The following is from alt.psychology.jung on the controversy regarding Richard Noll's biography of Jung. - "The Aryan Christ: The Secret Life of Carl Jung."
On Thu, 30 Sep 1999 , Peter Harding wrote:
Was Jung attempting to substitute traditional religion for a new
belief system based on psychoanalytic concepts. R Noll in his book, "The
Aryan Christ" certainly suggests this. Incidently has anyone read this?
Yeah. Though, I find Noll's previous Jungicidal effort more interesting and persuasive: first and foremost microanalyzing the roots of CGJ's intellectual edifice, from Haeckel and Driesch to Nietzsche. Unfortunately, insightful material was pretty much devalued by Noll's unique blend of personal vendetta against all things Jungian and glaringly obvious intent to write a bombastic bestseller. Anyway, I think Noll has accomplished at least three things:
1. Wrote a convincing record on Jung's, er, "shadow"
2. Traced his Lehrjahre and conceptual development ( albeit distastefully gloating over Jung's polygynistic "scandals" ). Still, I like the "neovitalism" and Mithraism parts - although, in all sincerity, I can't buy anti-Semitism, anti-Christianity and Blut-und-Boden Nazi parts. These two books ( I'd say, intentionally ) overlook Jung's later development, with Christ emerging as the most powerful ( for Westerners ) symbol of Self. In short: Jung's was/is a neo-Gnostic Christ, not "Aryan". Especially ridiculous is the contention that Jung considered himself to be a sort of "Messiah".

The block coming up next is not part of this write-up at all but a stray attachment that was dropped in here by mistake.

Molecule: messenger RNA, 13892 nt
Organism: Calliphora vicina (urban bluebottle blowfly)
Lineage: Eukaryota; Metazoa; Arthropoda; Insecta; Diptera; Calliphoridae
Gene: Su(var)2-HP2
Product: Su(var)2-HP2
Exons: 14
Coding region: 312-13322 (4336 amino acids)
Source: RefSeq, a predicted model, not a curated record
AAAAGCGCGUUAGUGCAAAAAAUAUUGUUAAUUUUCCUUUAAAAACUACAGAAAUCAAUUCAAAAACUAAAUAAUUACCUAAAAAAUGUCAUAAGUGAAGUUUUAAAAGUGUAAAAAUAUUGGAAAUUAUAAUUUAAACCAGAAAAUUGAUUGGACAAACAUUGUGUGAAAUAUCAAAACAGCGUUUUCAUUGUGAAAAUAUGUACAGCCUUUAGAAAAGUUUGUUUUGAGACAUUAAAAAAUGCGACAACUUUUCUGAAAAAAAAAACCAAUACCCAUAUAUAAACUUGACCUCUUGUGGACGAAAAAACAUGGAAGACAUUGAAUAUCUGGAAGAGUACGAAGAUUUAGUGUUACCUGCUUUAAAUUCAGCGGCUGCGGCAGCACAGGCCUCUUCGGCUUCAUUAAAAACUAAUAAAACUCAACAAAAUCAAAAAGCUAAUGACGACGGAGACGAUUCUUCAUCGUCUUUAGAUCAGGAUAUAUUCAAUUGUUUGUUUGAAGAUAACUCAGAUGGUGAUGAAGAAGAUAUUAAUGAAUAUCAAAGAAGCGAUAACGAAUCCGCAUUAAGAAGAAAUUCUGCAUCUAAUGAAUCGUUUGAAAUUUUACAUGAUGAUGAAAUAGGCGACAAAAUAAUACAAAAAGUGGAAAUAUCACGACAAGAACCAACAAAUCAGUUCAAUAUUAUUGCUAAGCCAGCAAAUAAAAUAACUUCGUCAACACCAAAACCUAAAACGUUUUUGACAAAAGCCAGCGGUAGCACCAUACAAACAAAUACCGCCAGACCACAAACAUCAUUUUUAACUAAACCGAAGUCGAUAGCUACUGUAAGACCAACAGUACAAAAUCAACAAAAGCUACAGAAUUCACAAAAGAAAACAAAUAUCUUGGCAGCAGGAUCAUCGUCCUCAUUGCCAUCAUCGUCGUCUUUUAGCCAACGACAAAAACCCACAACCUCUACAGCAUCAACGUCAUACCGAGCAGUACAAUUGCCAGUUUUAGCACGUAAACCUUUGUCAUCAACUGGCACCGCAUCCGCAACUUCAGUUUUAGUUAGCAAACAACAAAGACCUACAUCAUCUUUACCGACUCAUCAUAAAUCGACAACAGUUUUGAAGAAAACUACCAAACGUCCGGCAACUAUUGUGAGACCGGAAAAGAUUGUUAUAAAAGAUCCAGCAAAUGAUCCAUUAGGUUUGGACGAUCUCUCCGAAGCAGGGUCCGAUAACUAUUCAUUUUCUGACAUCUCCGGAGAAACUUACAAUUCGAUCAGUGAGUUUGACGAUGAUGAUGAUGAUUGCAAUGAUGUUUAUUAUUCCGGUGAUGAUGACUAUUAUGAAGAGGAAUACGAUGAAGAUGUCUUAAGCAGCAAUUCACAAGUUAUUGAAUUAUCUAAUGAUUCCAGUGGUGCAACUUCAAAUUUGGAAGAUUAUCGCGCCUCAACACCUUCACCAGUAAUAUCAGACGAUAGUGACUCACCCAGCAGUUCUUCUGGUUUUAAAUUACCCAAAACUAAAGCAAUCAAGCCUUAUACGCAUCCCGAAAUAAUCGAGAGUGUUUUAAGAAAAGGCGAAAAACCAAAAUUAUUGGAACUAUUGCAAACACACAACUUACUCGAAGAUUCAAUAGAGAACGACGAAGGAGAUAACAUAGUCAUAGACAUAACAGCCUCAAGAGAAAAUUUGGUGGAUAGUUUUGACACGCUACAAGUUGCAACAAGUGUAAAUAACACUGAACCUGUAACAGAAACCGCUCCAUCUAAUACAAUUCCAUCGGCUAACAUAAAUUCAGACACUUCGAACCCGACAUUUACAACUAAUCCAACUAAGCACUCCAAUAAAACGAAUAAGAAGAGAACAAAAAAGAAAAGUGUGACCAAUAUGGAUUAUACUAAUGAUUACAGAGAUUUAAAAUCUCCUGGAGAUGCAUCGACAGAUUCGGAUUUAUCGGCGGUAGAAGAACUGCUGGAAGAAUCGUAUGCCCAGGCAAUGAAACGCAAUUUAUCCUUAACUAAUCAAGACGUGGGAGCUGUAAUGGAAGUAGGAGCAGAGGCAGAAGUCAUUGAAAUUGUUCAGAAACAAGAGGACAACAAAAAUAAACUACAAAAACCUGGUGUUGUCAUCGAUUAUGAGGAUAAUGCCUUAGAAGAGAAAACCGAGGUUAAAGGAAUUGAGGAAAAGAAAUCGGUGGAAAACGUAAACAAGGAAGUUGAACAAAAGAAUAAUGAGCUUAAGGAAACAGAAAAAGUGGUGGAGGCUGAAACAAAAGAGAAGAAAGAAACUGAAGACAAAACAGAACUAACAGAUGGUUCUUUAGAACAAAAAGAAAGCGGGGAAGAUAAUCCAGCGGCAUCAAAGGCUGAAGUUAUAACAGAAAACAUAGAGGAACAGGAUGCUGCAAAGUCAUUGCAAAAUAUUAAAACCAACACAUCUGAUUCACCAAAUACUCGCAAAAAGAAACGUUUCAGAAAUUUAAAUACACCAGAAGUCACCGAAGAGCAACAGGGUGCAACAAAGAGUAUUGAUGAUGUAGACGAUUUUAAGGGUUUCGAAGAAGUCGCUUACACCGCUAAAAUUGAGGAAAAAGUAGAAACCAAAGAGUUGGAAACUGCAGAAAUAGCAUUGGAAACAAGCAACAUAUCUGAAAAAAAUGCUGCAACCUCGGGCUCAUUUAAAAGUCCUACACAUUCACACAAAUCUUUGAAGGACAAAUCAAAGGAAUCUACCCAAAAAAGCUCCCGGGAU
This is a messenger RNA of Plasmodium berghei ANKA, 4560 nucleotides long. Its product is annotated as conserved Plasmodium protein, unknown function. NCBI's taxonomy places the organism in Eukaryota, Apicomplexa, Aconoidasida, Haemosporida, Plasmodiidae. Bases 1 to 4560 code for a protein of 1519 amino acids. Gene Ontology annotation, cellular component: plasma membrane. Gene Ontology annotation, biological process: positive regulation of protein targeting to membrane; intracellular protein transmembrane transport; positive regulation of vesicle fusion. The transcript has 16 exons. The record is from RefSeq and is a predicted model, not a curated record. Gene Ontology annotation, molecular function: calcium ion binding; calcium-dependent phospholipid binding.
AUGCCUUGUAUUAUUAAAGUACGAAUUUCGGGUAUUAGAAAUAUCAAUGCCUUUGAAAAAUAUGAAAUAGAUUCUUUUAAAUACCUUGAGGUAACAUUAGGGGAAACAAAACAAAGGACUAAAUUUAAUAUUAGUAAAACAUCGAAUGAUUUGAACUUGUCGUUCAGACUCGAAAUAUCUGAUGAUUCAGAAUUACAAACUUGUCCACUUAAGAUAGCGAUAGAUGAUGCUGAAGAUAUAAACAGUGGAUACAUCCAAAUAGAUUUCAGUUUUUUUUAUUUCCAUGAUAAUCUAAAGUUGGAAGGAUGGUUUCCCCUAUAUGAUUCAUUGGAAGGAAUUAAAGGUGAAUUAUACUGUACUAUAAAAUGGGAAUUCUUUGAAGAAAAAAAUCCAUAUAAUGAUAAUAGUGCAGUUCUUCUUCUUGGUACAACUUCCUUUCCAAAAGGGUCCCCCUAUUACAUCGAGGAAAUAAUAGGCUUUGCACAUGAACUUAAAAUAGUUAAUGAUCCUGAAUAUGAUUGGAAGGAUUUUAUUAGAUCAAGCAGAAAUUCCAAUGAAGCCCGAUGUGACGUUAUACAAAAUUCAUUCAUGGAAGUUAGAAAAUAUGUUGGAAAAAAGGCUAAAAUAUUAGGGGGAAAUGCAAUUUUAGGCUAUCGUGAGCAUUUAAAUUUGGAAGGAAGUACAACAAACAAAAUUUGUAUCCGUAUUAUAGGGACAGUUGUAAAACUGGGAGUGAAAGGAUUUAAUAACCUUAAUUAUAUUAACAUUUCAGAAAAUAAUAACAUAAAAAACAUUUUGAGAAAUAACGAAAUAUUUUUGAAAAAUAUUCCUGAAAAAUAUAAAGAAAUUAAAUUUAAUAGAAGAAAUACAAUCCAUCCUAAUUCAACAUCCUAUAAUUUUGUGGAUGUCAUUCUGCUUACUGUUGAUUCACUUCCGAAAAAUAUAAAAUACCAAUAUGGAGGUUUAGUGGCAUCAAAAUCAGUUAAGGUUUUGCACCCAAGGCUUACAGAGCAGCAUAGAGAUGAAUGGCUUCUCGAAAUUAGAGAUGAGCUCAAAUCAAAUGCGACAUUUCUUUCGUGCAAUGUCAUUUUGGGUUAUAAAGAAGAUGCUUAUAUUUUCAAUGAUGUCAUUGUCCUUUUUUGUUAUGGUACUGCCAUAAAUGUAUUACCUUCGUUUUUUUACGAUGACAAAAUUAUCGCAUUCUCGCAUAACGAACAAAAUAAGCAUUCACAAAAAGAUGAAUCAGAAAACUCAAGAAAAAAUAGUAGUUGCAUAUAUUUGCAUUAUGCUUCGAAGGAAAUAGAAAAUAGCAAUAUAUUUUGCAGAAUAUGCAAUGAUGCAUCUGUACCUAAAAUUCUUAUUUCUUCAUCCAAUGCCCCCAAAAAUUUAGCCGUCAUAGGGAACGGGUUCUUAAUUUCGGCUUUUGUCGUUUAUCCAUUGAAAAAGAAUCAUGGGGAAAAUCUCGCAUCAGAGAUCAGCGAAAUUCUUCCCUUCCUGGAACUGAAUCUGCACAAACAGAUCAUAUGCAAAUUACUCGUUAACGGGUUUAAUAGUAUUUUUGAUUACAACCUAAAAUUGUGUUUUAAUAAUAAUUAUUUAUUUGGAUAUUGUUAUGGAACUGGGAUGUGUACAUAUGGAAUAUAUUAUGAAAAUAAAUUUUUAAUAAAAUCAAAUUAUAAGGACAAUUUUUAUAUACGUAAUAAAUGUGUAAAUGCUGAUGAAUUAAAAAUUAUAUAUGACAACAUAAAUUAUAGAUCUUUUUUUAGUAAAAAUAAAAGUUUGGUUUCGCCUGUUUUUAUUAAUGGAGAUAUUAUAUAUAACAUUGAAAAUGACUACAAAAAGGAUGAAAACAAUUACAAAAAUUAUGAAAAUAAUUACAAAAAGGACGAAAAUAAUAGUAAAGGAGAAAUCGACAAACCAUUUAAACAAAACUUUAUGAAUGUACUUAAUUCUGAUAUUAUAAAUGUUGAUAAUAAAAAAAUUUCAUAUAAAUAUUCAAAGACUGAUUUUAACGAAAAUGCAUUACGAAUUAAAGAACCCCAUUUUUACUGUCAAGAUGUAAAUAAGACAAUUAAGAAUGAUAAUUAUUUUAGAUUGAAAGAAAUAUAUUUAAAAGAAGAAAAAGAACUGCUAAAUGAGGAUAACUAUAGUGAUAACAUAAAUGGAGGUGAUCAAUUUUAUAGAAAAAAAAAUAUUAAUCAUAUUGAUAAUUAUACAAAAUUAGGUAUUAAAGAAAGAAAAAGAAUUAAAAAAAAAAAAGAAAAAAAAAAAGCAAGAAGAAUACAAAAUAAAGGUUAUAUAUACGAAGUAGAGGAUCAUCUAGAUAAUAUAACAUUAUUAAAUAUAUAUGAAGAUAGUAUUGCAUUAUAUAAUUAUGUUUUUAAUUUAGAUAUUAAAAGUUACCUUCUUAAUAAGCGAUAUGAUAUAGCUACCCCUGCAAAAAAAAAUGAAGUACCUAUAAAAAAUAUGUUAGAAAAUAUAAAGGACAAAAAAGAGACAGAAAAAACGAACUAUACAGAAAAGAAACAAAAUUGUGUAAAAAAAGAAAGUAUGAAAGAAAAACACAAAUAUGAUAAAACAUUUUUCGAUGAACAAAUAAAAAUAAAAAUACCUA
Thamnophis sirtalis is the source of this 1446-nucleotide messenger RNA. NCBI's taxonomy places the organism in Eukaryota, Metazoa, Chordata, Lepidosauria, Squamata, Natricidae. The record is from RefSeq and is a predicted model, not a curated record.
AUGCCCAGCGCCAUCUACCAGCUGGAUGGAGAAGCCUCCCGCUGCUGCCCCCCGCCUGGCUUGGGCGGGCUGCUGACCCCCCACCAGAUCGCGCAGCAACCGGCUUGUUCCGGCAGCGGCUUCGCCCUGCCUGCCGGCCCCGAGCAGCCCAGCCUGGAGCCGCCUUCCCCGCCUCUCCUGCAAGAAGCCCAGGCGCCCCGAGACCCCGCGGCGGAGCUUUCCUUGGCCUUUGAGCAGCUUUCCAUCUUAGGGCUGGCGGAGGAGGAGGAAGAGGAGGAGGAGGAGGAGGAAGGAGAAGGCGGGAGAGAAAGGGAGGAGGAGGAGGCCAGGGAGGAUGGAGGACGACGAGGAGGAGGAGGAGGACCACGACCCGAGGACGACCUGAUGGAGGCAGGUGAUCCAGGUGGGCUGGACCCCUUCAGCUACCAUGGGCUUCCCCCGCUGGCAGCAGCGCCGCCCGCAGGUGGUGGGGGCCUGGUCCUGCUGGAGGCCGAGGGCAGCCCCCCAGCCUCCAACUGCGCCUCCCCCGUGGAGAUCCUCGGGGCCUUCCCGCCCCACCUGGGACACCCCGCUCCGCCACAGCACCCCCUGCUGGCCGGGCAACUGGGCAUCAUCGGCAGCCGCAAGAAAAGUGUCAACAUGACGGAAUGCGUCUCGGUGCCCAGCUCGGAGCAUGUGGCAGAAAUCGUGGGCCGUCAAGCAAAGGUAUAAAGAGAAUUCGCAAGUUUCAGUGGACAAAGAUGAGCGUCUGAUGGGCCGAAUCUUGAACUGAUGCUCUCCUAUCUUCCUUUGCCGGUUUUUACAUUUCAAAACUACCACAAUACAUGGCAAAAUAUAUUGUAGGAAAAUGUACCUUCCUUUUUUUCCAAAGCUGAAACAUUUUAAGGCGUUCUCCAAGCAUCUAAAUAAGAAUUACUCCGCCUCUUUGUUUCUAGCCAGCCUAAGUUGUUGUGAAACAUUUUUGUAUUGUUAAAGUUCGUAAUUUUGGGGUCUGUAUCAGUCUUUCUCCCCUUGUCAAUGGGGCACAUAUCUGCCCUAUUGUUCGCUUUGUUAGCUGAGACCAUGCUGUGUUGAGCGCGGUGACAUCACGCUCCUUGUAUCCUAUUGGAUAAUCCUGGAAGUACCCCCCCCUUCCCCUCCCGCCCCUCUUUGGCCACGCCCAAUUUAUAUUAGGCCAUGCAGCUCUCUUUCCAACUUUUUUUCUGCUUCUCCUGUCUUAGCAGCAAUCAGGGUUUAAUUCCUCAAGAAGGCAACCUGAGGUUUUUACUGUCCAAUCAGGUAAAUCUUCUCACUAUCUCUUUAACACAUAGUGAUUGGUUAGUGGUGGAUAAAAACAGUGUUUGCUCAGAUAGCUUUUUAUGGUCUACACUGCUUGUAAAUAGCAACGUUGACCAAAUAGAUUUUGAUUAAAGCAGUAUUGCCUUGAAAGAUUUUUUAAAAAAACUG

3. Vented his rage and lo and behold...he was showered with $$$$$s and academic awards ( at least, one big fish in the net ).
If Jung is pop, this is hip-hop, rave and rap combined.
All in all: cca 40-50 pages from both books [The Aryan Christ and Noll's earlier work The Jung Cult] are valuable.
The rest is a salacious chronicle a la Seutonius.
Review: The Aryan Christ